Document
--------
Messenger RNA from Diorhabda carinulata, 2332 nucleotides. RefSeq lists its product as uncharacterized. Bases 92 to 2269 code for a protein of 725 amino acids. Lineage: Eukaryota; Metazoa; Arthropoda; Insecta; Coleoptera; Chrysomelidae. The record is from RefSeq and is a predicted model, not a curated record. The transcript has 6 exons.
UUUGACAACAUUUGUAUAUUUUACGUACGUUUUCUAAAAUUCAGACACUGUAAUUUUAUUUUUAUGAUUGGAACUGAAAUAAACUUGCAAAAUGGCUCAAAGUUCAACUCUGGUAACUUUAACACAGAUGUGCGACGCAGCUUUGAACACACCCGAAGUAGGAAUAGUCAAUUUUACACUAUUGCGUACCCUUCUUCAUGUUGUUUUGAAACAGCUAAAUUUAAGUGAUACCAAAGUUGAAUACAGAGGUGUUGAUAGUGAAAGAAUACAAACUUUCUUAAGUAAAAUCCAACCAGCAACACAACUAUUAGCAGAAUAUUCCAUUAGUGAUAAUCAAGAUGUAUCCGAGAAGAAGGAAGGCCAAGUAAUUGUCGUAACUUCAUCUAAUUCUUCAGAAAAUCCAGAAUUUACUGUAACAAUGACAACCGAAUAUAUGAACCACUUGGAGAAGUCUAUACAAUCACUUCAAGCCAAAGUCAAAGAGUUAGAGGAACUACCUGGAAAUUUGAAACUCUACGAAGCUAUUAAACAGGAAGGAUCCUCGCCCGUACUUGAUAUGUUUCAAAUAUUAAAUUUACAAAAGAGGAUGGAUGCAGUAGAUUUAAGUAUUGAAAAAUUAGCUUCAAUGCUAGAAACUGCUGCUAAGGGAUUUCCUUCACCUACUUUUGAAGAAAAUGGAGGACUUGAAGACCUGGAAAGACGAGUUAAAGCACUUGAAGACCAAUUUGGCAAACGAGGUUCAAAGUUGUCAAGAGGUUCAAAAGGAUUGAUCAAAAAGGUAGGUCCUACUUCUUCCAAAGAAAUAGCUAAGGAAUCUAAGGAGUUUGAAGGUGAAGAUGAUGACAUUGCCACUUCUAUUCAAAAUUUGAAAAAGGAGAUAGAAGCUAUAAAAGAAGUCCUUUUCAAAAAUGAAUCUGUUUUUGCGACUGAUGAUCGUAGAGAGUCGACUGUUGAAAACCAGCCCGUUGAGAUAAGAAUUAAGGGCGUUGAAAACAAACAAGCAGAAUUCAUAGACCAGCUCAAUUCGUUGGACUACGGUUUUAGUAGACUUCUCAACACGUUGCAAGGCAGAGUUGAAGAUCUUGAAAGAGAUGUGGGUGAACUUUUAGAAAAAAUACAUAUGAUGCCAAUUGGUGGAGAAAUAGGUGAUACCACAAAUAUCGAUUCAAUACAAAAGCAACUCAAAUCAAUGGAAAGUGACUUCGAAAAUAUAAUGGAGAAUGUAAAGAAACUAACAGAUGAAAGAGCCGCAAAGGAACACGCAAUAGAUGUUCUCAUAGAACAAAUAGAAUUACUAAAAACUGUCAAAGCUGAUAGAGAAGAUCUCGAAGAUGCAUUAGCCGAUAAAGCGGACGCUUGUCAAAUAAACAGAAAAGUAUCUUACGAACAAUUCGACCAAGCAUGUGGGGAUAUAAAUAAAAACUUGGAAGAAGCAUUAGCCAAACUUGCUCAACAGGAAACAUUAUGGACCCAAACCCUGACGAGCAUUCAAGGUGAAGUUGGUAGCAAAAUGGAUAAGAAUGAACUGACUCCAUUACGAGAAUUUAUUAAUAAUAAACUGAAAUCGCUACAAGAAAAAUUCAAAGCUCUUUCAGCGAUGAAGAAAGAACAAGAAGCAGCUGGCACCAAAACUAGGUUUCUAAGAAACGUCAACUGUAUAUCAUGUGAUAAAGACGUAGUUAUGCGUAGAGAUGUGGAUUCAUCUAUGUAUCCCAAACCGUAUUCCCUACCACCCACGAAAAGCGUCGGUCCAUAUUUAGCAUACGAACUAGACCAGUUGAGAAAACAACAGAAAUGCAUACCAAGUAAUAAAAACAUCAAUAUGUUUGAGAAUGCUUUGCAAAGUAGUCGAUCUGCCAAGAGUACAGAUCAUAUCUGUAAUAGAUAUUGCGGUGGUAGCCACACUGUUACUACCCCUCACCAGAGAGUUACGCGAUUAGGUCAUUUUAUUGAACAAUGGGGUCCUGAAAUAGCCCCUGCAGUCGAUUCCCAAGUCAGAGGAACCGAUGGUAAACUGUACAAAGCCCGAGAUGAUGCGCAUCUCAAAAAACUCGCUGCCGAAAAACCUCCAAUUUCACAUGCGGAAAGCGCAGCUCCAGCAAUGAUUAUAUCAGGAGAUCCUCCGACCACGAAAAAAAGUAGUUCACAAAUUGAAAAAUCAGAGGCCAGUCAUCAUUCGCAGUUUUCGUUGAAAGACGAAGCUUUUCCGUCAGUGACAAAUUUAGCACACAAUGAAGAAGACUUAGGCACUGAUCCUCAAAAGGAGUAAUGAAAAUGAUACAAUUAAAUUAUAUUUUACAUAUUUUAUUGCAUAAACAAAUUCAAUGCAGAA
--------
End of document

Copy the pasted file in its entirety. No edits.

Messenger RNA from Diorhabda carinulata, 2332 nucleotides. RefSeq lists its product as uncharacterized. Bases 92 to 2269 code for a protein of 725 amino acids. Lineage: Eukaryota; Metazoa; Arthropoda; Insecta; Coleoptera; Chrysomelidae. The record is from RefSeq and is a predicted model, not a curated record. The transcript has 6 exons.
UUUGACAACAUUUGUAUAUUUUACGUACGUUUUCUAAAAUUCAGACACUGUAAUUUUAUUUUUAUGAUUGGAACUGAAAUAAACUUGCAAAAUGGCUCAAAGUUCAACUCUGGUAACUUUAACACAGAUGUGCGACGCAGCUUUGAACACACCCGAAGUAGGAAUAGUCAAUUUUACACUAUUGCGUACCCUUCUUCAUGUUGUUUUGAAACAGCUAAAUUUAAGUGAUACCAAAGUUGAAUACAGAGGUGUUGAUAGUGAAAGAAUACAAACUUUCUUAAGUAAAAUCCAACCAGCAACACAACUAUUAGCAGAAUAUUCCAUUAGUGAUAAUCAAGAUGUAUCCGAGAAGAAGGAAGGCCAAGUAAUUGUCGUAACUUCAUCUAAUUCUUCAGAAAAUCCAGAAUUUACUGUAACAAUGACAACCGAAUAUAUGAACCACUUGGAGAAGUCUAUACAAUCACUUCAAGCCAAAGUCAAAGAGUUAGAGGAACUACCUGGAAAUUUGAAACUCUACGAAGCUAUUAAACAGGAAGGAUCCUCGCCCGUACUUGAUAUGUUUCAAAUAUUAAAUUUACAAAAGAGGAUGGAUGCAGUAGAUUUAAGUAUUGAAAAAUUAGCUUCAAUGCUAGAAACUGCUGCUAAGGGAUUUCCUUCACCUACUUUUGAAGAAAAUGGAGGACUUGAAGACCUGGAAAGACGAGUUAAAGCACUUGAAGACCAAUUUGGCAAACGAGGUUCAAAGUUGUCAAGAGGUUCAAAAGGAUUGAUCAAAAAGGUAGGUCCUACUUCUUCCAAAGAAAUAGCUAAGGAAUCUAAGGAGUUUGAAGGUGAAGAUGAUGACAUUGCCACUUCUAUUCAAAAUUUGAAAAAGGAGAUAGAAGCUAUAAAAGAAGUCCUUUUCAAAAAUGAAUCUGUUUUUGCGACUGAUGAUCGUAGAGAGUCGACUGUUGAAAACCAGCCCGUUGAGAUAAGAAUUAAGGGCGUUGAAAACAAACAAGCAGAAUUCAUAGACCAGCUCAAUUCGUUGGACUACGGUUUUAGUAGACUUCUCAACACGUUGCAAGGCAGAGUUGAAGAUCUUGAAAGAGAUGUGGGUGAACUUUUAGAAAAAAUACAUAUGAUGCCAAUUGGUGGAGAAAUAGGUGAUACCACAAAUAUCGAUUCAAUACAAAAGCAACUCAAAUCAAUGGAAAGUGACUUCGAAAAUAUAAUGGAGAAUGUAAAGAAACUAACAGAUGAAAGAGCCGCAAAGGAACACGCAAUAGAUGUUCUCAUAGAACAAAUAGAAUUACUAAAAACUGUCAAAGCUGAUAGAGAAGAUCUCGAAGAUGCAUUAGCCGAUAAAGCGGACGCUUGUCAAAUAAACAGAAAAGUAUCUUACGAACAAUUCGACCAAGCAUGUGGGGAUAUAAAUAAAAACUUGGAAGAAGCAUUAGCCAAACUUGCUCAACAGGAAACAUUAUGGACCCAAACCCUGACGAGCAUUCAAGGUGAAGUUGGUAGCAAAAUGGAUAAGAAUGAACUGACUCCAUUACGAGAAUUUAUUAAUAAUAAACUGAAAUCGCUACAAGAAAAAUUCAAAGCUCUUUCAGCGAUGAAGAAAGAACAAGAAGCAGCUGGCACCAAAACUAGGUUUCUAAGAAACGUCAACUGUAUAUCAUGUGAUAAAGACGUAGUUAUGCGUAGAGAUGUGGAUUCAUCUAUGUAUCCCAAACCGUAUUCCCUACCACCCACGAAAAGCGUCGGUCCAUAUUUAGCAUACGAACUAGACCAGUUGAGAAAACAACAGAAAUGCAUACCAAGUAAUAAAAACAUCAAUAUGUUUGAGAAUGCUUUGCAAAGUAGUCGAUCUGCCAAGAGUACAGAUCAUAUCUGUAAUAGAUAUUGCGGUGGUAGCCACACUGUUACUACCCCUCACCAGAGAGUUACGCGAUUAGGUCAUUUUAUUGAACAAUGGGGUCCUGAAAUAGCCCCUGCAGUCGAUUCCCAAGUCAGAGGAACCGAUGGUAAACUGUACAAAGCCCGAGAUGAUGCGCAUCUCAAAAAACUCGCUGCCGAAAAACCUCCAAUUUCACAUGCGGAAAGCGCAGCUCCAGCAAUGAUUAUAUCAGGAGAUCCUCCGACCACGAAAAAAAGUAGUUCACAAAUUGAAAAAUCAGAGGCCAGUCAUCAUUCGCAGUUUUCGUUGAAAGACGAAGCUUUUCCGUCAGUGACAAAUUUAGCACACAAUGAAGAAGACUUAGGCACUGAUCCUCAAAAGGAGUAAUGAAAAUGAUACAAUUAAAUUAUAUUUUACAUAUUUUAUUGCAUAAACAAAUUCAAUGCAGAA